Ramadan- Open Letters with Nadia Khashem

Ramadan has always been part of my life as my family are Muslims. I started observing Ramadan from as young as 8 years old. To most it may seem harsh that an 8-year-old was going without food during daylight hours, but as the Islamic religion follows a Lunar calendar Ramadan did fall in the Winter months then. I remember begging my grandparents to wake me up before sunrise so I could join in with fasting (it was only about 7am), then I’d just get ready and head to school. I grew up in London and went to a school which was very diverse so many of my classmates were also fasting. By the time I came home from school the sun was setting which meant I could eat when I got in.

Growing up in an extended family, I’ve always been used to opening my fast with many people around me. There would never be enough space around the table for everyone to fit and it would be overflowing with food. It sort of reminds me of those Christmas dinner scenes in TV adverts with families – imagine Christmas dinner with your family everyday for 30 days!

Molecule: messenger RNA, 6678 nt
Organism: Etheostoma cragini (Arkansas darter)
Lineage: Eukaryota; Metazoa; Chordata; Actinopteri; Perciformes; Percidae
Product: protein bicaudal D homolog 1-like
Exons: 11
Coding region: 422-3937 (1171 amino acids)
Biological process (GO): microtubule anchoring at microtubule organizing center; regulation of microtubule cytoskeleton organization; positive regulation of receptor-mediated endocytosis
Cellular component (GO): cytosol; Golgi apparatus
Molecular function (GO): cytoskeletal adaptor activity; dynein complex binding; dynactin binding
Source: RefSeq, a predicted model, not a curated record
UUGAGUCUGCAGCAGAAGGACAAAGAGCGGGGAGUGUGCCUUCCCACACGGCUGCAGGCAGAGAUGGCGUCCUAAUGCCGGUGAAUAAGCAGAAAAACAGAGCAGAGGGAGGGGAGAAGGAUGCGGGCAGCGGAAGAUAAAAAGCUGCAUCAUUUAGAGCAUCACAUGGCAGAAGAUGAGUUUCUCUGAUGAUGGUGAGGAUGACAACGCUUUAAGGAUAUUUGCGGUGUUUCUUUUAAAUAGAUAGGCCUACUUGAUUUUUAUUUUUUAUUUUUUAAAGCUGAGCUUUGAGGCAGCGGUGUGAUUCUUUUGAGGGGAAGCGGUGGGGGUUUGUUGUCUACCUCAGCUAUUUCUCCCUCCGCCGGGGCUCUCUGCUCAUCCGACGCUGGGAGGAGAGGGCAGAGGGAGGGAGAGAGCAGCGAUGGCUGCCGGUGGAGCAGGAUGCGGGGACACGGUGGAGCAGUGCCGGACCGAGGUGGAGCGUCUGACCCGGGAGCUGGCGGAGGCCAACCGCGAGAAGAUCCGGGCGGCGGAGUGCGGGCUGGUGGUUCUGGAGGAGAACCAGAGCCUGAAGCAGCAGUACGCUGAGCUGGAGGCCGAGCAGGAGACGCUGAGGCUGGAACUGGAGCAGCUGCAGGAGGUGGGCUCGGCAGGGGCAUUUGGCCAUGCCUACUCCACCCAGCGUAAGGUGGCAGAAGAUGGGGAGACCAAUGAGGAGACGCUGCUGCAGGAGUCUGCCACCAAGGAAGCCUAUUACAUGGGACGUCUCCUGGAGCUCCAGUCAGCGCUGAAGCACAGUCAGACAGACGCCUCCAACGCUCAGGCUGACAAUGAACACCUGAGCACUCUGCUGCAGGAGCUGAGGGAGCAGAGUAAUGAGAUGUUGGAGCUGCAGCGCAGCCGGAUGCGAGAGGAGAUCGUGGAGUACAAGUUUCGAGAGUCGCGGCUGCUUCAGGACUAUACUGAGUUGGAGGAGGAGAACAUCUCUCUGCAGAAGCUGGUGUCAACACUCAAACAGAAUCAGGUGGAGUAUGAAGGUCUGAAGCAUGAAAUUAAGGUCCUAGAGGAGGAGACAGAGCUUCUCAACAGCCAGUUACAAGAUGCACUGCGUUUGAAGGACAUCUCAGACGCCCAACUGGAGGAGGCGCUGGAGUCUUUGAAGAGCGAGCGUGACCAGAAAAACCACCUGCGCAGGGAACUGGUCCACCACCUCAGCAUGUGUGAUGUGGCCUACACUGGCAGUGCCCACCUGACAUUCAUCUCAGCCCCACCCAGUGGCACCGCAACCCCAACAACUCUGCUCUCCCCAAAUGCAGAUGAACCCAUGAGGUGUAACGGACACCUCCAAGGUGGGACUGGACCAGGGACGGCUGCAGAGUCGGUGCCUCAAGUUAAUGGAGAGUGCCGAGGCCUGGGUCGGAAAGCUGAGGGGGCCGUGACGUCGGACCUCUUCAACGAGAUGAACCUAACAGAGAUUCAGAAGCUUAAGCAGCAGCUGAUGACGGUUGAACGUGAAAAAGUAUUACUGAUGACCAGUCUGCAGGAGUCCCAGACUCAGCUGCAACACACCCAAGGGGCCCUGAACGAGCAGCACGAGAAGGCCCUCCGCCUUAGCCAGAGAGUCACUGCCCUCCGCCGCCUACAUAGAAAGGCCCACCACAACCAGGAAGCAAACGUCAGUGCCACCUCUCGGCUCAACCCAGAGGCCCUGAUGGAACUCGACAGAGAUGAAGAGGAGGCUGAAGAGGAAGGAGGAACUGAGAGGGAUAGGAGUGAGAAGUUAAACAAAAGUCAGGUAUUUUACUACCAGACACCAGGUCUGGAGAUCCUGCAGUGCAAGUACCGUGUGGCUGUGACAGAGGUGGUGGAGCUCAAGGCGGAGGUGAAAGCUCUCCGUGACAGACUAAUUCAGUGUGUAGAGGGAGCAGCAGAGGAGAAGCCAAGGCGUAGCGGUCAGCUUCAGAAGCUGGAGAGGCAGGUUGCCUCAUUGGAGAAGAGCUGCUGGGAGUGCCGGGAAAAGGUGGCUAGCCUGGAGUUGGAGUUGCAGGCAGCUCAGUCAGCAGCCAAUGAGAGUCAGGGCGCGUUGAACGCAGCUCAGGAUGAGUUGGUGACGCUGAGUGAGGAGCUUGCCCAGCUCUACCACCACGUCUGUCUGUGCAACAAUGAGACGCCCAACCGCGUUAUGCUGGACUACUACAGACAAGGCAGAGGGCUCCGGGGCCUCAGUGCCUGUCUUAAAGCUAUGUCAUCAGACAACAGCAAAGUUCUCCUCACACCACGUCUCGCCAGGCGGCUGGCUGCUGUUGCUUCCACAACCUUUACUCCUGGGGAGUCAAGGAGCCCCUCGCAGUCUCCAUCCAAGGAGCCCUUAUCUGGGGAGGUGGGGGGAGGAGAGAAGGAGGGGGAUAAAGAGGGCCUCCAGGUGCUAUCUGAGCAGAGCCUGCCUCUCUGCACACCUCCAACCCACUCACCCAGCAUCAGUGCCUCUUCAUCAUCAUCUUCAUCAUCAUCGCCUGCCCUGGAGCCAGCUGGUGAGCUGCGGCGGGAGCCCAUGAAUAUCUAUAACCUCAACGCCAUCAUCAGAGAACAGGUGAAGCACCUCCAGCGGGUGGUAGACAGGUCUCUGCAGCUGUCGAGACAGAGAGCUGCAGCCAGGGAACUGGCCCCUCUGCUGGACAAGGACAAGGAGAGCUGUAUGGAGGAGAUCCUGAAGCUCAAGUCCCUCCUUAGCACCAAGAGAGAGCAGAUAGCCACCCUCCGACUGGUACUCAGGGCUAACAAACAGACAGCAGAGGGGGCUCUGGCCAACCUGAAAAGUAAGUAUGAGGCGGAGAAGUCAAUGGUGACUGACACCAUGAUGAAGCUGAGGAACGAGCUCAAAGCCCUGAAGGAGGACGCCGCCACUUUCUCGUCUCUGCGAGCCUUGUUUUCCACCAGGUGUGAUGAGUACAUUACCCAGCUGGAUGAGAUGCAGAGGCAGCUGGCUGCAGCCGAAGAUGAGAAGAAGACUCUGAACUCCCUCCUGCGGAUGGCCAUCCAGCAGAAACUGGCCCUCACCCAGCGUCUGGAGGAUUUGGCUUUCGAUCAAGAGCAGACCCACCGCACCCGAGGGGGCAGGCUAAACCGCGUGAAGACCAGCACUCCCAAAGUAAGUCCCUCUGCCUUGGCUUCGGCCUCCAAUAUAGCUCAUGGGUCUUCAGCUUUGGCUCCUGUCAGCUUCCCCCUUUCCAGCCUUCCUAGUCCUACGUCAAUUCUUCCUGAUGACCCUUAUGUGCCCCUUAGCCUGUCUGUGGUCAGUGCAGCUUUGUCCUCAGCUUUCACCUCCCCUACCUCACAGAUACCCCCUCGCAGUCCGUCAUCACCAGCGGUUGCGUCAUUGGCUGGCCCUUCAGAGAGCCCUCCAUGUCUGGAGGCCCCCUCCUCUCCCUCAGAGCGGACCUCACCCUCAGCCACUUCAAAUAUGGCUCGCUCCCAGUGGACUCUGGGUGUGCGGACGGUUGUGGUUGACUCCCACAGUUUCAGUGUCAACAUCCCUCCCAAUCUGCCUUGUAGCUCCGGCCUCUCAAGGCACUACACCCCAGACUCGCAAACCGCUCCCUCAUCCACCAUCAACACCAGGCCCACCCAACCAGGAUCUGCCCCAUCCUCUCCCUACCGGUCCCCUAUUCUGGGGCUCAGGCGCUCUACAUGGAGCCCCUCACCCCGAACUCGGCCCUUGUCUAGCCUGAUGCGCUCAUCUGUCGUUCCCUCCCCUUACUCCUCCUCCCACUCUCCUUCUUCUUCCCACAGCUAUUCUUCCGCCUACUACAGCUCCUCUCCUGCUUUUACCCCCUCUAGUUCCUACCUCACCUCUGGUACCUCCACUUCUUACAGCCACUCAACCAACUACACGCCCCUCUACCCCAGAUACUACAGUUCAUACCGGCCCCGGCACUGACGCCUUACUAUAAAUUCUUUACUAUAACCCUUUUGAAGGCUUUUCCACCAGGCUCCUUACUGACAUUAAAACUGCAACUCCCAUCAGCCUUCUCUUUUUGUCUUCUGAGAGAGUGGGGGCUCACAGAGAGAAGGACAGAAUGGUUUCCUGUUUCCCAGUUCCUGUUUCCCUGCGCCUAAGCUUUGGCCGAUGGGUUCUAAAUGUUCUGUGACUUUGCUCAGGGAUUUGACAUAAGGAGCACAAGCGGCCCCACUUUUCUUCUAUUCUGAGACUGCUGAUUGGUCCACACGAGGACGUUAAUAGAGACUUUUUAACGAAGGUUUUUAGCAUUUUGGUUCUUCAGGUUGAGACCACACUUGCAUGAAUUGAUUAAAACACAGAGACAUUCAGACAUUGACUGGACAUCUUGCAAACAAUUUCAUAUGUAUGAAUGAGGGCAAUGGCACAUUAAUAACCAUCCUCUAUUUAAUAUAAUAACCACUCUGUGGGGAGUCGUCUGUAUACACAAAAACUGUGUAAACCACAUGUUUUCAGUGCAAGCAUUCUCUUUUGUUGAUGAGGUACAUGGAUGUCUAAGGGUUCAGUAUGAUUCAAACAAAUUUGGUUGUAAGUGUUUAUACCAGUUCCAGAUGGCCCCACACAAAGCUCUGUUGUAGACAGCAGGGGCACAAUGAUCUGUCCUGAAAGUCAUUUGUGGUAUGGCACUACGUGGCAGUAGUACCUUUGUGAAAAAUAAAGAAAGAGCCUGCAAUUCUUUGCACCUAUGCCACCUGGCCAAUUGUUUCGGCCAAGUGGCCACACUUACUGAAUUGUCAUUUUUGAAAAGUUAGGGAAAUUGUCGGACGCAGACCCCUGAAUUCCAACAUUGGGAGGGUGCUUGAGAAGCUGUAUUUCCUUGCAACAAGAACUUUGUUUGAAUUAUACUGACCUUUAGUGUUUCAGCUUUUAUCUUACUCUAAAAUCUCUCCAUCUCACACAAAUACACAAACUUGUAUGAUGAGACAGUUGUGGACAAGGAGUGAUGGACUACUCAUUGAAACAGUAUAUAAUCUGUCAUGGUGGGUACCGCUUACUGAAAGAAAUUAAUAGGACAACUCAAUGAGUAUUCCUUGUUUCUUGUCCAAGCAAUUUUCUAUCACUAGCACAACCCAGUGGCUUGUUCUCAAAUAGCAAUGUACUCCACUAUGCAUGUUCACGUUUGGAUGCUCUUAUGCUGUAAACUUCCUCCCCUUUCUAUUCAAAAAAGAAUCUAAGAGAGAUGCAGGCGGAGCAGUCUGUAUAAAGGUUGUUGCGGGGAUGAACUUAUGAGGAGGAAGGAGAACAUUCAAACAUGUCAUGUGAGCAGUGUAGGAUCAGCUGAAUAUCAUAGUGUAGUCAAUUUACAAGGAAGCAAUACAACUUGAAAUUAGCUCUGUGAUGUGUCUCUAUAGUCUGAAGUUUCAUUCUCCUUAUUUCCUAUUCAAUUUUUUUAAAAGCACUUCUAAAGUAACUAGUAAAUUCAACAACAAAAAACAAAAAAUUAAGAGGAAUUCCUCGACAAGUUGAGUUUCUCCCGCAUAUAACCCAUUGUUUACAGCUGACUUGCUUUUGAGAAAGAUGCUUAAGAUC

Over the years however, Ramadan has become so much more than just time with my family. As a young child I didn’t always understand the additional benefits of Ramadan. Now I see it as a time to reflect, be more charitable and increase my knowledge on Islam. I spend a lot of my evenings now reciting Quran, praying my daily prayers and listening to talks and discussions on YouTube. As a young child my siblings and I went to Islamic school where we were taught how to read Arabic (as the Quran is written in Arabic), but we weren’t taught the translation. I now spend a lot of my time during Ramadan to really understand the translation of the Quran and the true meaning behind it. This year I’ve also been keeping a journal, so then I can look back at the end of the month and reflect on my Ramadan journey.



About Author

Nadia Khashem

Connections Planning Account Director at OMD UK

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